Design Dimensions

Cultivating ‘hygge’

It was a few years ago during one of my travels that I first heard of “hygge”.

It was a trip I made with no real agenda but to come up for air after fulfilling a long to-do list and a string of commitments. I was in a shop browsing through a pile of books that dealt with the subject of well-being, a much-needed antidote for my then state of mind. I picked up a few books and flipped some pages. One of them was “The Little Book of Hygge: Danish Secrets to Happy Living”.


So the term “hygge”, it turned out, is the Danish term for the positive quality of one’s emotional state. It denotes coziness, friendship, conviviality, contentment, security and a quiet inner joy. Derived from “hyggja”, a Germanic term that means “satisfaction”, it is also the word from which our English “hug” is derived, giving us a good insight into what hygge would feel like.

In her book “The Year of Living Danishly”, British writer Helen Russel defines hygge as “taking pleasure in the presence of gentle, soothing things”— more like having a glass of warm milk rather than a shot of whisky. In simple terms, it’s an appreciation of the simple and familiar things. The cultivation of hygge has become such an integral component of the Danish culture that it has been described by Meik Wiking, CEO of the Happiness Research Institute in Copenhagen, as “a defining feature of our cultural identity and an integral part of the national DNA”.  It’s no surprise then that Denmark has been voted the happiest place on earth (sorry, Walt Disney) for so many years.


In Scandinavia, hygge is often portrayed with candles and fluffy blankets as it first evolved as a remedy to counter the lonely effects of cold winters.

In other places where the concept of hygge has become popular, there is a contradictory onslaught in the marketing of hygge-inducing accessories and decor for the hygge-conducive space. But all these new merchandise run contrary to its concept of appreciation for the simple and familiar, most of which are already present in our own spaces and probably in our storage bins too. So how does one make way for a hygge-inducing space? Here’s a short list of guidelines.

Let your space be a reflection of who you are

The concept of hygge has a lot to do with being comfortable in your own skin. Well-being starts with a state of effortless comfort and belonging. An environment designed to merely follow trends or to impress is absolutely not hygge. Hygge dictates that there are no pretensions and instead is the positive reality of the kind of life you live. Photos of remarkable moments, souvenirs or objects attached to memories, and virtually any other tangible representation of a previous good experience adds to the enhancement of hygge.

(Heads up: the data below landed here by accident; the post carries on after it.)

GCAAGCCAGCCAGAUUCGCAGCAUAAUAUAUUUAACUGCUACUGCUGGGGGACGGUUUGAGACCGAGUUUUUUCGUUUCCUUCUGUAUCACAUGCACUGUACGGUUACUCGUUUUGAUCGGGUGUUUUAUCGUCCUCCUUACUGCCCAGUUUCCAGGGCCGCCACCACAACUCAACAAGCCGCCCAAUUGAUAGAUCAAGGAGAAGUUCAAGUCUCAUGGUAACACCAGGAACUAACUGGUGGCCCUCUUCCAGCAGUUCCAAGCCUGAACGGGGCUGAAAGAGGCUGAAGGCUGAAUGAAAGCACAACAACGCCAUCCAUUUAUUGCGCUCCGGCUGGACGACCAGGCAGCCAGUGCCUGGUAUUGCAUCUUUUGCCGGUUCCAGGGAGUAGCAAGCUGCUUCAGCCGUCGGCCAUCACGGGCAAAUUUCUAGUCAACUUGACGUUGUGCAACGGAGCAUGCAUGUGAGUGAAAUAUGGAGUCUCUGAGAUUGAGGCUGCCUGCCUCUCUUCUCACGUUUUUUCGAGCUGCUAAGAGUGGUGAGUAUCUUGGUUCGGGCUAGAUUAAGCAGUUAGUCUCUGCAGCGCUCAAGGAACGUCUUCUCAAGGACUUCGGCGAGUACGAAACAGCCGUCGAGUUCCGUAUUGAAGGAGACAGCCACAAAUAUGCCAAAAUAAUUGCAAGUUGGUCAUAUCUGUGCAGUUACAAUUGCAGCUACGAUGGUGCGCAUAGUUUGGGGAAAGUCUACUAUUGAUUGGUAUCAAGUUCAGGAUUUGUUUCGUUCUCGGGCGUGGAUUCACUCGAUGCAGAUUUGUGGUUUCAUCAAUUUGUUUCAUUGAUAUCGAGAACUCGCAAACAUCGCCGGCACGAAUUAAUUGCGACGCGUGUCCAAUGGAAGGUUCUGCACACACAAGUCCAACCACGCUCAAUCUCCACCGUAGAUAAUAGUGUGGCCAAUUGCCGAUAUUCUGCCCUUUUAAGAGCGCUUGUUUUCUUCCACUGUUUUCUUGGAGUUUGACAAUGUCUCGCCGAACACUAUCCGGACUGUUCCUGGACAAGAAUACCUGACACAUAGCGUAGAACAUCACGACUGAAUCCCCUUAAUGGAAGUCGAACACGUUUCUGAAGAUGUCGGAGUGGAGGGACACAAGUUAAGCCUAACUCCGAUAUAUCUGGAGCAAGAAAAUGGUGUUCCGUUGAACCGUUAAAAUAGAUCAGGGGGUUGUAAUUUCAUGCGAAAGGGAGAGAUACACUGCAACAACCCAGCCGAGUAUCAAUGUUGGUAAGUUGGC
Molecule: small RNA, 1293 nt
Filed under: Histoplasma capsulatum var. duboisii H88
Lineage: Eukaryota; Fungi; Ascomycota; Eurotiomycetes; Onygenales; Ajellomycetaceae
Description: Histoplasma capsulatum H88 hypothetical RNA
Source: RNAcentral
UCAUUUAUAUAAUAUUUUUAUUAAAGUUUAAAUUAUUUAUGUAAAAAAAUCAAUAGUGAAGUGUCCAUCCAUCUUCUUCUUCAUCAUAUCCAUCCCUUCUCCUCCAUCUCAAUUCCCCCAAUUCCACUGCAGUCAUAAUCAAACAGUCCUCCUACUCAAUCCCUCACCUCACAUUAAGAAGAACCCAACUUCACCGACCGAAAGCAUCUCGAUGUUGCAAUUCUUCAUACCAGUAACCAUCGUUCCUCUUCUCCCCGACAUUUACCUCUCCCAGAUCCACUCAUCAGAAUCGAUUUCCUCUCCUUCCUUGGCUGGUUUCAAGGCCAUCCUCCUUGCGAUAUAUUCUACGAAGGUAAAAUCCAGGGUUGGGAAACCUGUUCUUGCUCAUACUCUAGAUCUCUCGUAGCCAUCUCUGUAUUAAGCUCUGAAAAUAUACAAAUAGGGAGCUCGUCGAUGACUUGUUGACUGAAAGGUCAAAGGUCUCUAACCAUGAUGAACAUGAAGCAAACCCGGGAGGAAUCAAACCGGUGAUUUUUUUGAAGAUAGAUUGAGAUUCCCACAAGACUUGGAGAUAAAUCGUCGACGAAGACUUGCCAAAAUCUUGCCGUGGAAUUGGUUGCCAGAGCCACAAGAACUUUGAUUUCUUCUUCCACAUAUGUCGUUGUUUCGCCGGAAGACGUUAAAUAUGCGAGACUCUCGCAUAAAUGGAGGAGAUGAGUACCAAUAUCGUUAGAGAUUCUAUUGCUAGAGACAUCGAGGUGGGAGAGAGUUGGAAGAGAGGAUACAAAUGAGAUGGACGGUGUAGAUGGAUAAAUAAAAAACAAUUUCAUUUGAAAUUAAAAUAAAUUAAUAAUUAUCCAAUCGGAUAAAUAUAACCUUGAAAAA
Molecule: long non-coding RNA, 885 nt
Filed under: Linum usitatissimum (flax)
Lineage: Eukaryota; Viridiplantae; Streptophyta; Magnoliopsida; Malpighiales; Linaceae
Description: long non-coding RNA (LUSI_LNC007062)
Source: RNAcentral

Create real shelter.

Well-being cannot be achieved if you are constantly threatened by physical inconveniences or disturbances like rain, flood and unwanted sunlight.  There are human intruders, too, so having a properly secured space is probably the most basic attribute of a safe haven.  Your hygge space should be the place where you can be calm, relaxed and secure.


Light is an essential element of hygge.

Although it need not be candlelight, that little dancing flame is probably one of the most popular imageries and experiences of hygge. In the absence of real flames, warm artificial lighting creates a certain ease and comfort to spaces.  Even work spaces can merit from a few minutes of nurturing warmth that come as a good break from the usual bright white task lights.  Even via a small table lamp. During the daytime, diffused natural sunlight works best, with window treatments helping to create filtered light that is easy on the eyes.

Be sensitive about materiality.

Hygge is not about being flashy or luxurious, but rather about softness and visual warmth. Natural materials like cottons and linens have light textures that work well in temperate climate. They are soft to the touch and cool to the skin. Rugs and carpets also add a variety of sensory experiences for bare feet, with materials ranging from natural silks and wools to the more textural abacas and seagrass.  For decor, materials that have depth and are tactile elicit comfort and warmth.

Create spaces for people.

Hygge is about having company whether it be in areas for dining, lounging or working. Small nooks for gathering, large sofas for huddling, meeting or dining tables that are round and concentric to further emphasize togetherness. In our local context, the kitchen is probably the most hygge-inducing space.  Preparing food with family or friends with the aroma of food cooking, and sitting to have a slow meal together are among such experiences that give an unparalleled pleasure.

Bring in nature.

Nothing spells well-being more than having a connection to the outdoors through indoor plants, flower arrangements and even simple cut leaves and flowers in a vase.

And lastly, keep your spaces minimal.

Hygge is about having lesser things to manage and worry about, keeping things simple to afford more time to be spent for other endeavors, or to simply be able to relax.

Hygge is taking pleasure in the simple things, and deliberately cultivating them into your life. In “The Book of Hygge: The Danish Art of Living Well,” author Louisa Thomsen Brits writes: “to hold twilight or watch it darken, describes the pleasure we take in pausing to observe as day slips into night.  To stand at our window, wrapped in the half-dark and watch the day disappear… is a moment of hygge.”

This is mine, too.  But instead of dusk, my first hygge of the day happens at the crack of dawn, in tranquil solitude, looking out windows designed to be large and to face east, and to take in the hills, the morning sunlight, and the warm glow of the happy day to come. Can you feel the contentment in that?

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